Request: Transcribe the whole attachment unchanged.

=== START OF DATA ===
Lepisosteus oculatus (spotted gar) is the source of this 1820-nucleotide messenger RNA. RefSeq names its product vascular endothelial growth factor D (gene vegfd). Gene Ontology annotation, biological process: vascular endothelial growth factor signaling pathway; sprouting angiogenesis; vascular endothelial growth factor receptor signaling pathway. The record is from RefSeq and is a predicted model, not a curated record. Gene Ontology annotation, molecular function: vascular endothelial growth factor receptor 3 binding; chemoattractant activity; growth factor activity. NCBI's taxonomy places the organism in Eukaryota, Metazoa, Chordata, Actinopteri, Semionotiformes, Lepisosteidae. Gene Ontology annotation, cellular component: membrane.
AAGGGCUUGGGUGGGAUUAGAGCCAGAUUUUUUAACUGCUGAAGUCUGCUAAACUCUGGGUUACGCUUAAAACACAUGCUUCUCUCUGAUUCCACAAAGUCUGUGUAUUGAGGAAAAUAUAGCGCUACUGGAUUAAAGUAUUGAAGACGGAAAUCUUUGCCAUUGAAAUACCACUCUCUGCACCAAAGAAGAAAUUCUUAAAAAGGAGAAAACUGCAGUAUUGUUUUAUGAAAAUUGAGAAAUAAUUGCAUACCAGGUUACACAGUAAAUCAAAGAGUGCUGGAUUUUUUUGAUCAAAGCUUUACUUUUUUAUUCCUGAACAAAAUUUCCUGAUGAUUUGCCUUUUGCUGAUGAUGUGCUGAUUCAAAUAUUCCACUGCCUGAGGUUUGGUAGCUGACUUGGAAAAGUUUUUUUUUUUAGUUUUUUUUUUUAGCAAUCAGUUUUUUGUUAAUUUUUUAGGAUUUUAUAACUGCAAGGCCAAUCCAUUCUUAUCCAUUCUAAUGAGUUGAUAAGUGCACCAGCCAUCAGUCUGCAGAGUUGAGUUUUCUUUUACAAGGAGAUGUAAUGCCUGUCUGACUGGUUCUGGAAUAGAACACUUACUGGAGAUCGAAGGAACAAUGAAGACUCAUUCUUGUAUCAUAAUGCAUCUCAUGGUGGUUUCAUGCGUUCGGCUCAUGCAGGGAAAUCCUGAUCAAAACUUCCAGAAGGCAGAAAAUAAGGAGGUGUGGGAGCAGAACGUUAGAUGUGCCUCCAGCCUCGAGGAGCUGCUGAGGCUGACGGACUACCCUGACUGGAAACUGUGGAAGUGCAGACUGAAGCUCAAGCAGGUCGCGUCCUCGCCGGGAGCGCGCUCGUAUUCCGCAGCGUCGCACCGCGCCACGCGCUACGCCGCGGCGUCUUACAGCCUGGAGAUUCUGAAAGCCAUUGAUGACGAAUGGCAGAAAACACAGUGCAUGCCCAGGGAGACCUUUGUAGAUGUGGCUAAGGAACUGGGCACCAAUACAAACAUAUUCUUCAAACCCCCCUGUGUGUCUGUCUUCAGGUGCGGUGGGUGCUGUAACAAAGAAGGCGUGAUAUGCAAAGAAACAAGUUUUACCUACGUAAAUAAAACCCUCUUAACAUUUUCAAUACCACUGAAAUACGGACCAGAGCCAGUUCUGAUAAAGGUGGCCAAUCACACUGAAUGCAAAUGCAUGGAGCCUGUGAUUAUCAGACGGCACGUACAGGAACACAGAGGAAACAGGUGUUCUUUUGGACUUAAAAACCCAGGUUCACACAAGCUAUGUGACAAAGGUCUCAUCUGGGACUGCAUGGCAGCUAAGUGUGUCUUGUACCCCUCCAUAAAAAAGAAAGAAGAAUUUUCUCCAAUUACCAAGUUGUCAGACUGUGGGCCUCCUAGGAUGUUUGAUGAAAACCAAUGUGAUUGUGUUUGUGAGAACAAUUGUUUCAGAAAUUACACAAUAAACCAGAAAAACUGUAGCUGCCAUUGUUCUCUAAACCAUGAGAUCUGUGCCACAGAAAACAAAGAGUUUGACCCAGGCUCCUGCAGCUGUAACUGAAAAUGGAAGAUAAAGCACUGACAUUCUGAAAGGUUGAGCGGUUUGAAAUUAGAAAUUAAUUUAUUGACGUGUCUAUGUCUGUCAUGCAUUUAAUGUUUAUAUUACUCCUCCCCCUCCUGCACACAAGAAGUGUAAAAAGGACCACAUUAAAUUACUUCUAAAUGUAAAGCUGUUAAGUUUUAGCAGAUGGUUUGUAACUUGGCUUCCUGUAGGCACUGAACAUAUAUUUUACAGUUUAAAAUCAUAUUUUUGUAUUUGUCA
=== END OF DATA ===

Lepisosteus oculatus (spotted gar) is the source of this 1820-nucleotide messenger RNA. RefSeq names its product vascular endothelial growth factor D (gene vegfd). Gene Ontology annotation, biological process: vascular endothelial growth factor signaling pathway; sprouting angiogenesis; vascular endothelial growth factor receptor signaling pathway. The record is from RefSeq and is a predicted model, not a curated record. Gene Ontology annotation, molecular function: vascular endothelial growth factor receptor 3 binding; chemoattractant activity; growth factor activity. NCBI's taxonomy places the organism in Eukaryota, Metazoa, Chordata, Actinopteri, Semionotiformes, Lepisosteidae. Gene Ontology annotation, cellular component: membrane.
AAGGGCUUGGGUGGGAUUAGAGCCAGAUUUUUUAACUGCUGAAGUCUGCUAAACUCUGGGUUACGCUUAAAACACAUGCUUCUCUCUGAUUCCACAAAGUCUGUGUAUUGAGGAAAAUAUAGCGCUACUGGAUUAAAGUAUUGAAGACGGAAAUCUUUGCCAUUGAAAUACCACUCUCUGCACCAAAGAAGAAAUUCUUAAAAAGGAGAAAACUGCAGUAUUGUUUUAUGAAAAUUGAGAAAUAAUUGCAUACCAGGUUACACAGUAAAUCAAAGAGUGCUGGAUUUUUUUGAUCAAAGCUUUACUUUUUUAUUCCUGAACAAAAUUUCCUGAUGAUUUGCCUUUUGCUGAUGAUGUGCUGAUUCAAAUAUUCCACUGCCUGAGGUUUGGUAGCUGACUUGGAAAAGUUUUUUUUUUUAGUUUUUUUUUUUAGCAAUCAGUUUUUUGUUAAUUUUUUAGGAUUUUAUAACUGCAAGGCCAAUCCAUUCUUAUCCAUUCUAAUGAGUUGAUAAGUGCACCAGCCAUCAGUCUGCAGAGUUGAGUUUUCUUUUACAAGGAGAUGUAAUGCCUGUCUGACUGGUUCUGGAAUAGAACACUUACUGGAGAUCGAAGGAACAAUGAAGACUCAUUCUUGUAUCAUAAUGCAUCUCAUGGUGGUUUCAUGCGUUCGGCUCAUGCAGGGAAAUCCUGAUCAAAACUUCCAGAAGGCAGAAAAUAAGGAGGUGUGGGAGCAGAACGUUAGAUGUGCCUCCAGCCUCGAGGAGCUGCUGAGGCUGACGGACUACCCUGACUGGAAACUGUGGAAGUGCAGACUGAAGCUCAAGCAGGUCGCGUCCUCGCCGGGAGCGCGCUCGUAUUCCGCAGCGUCGCACCGCGCCACGCGCUACGCCGCGGCGUCUUACAGCCUGGAGAUUCUGAAAGCCAUUGAUGACGAAUGGCAGAAAACACAGUGCAUGCCCAGGGAGACCUUUGUAGAUGUGGCUAAGGAACUGGGCACCAAUACAAACAUAUUCUUCAAACCCCCCUGUGUGUCUGUCUUCAGGUGCGGUGGGUGCUGUAACAAAGAAGGCGUGAUAUGCAAAGAAACAAGUUUUACCUACGUAAAUAAAACCCUCUUAACAUUUUCAAUACCACUGAAAUACGGACCAGAGCCAGUUCUGAUAAAGGUGGCCAAUCACACUGAAUGCAAAUGCAUGGAGCCUGUGAUUAUCAGACGGCACGUACAGGAACACAGAGGAAACAGGUGUUCUUUUGGACUUAAAAACCCAGGUUCACACAAGCUAUGUGACAAAGGUCUCAUCUGGGACUGCAUGGCAGCUAAGUGUGUCUUGUACCCCUCCAUAAAAAAGAAAGAAGAAUUUUCUCCAAUUACCAAGUUGUCAGACUGUGGGCCUCCUAGGAUGUUUGAUGAAAACCAAUGUGAUUGUGUUUGUGAGAACAAUUGUUUCAGAAAUUACACAAUAAACCAGAAAAACUGUAGCUGCCAUUGUUCUCUAAACCAUGAGAUCUGUGCCACAGAAAACAAAGAGUUUGACCCAGGCUCCUGCAGCUGUAACUGAAAAUGGAAGAUAAAGCACUGACAUUCUGAAAGGUUGAGCGGUUUGAAAUUAGAAAUUAAUUUAUUGACGUGUCUAUGUCUGUCAUGCAUUUAAUGUUUAUAUUACUCCUCCCCCUCCUGCACACAAGAAGUGUAAAAAGGACCACAUUAAAUUACUUCUAAAUGUAAAGCUGUUAAGUUUUAGCAGAUGGUUUGUAACUUGGCUUCCUGUAGGCACUGAACAUAUAUUUUACAGUUUAAAAUCAUAUUUUUGUAUUUGUCA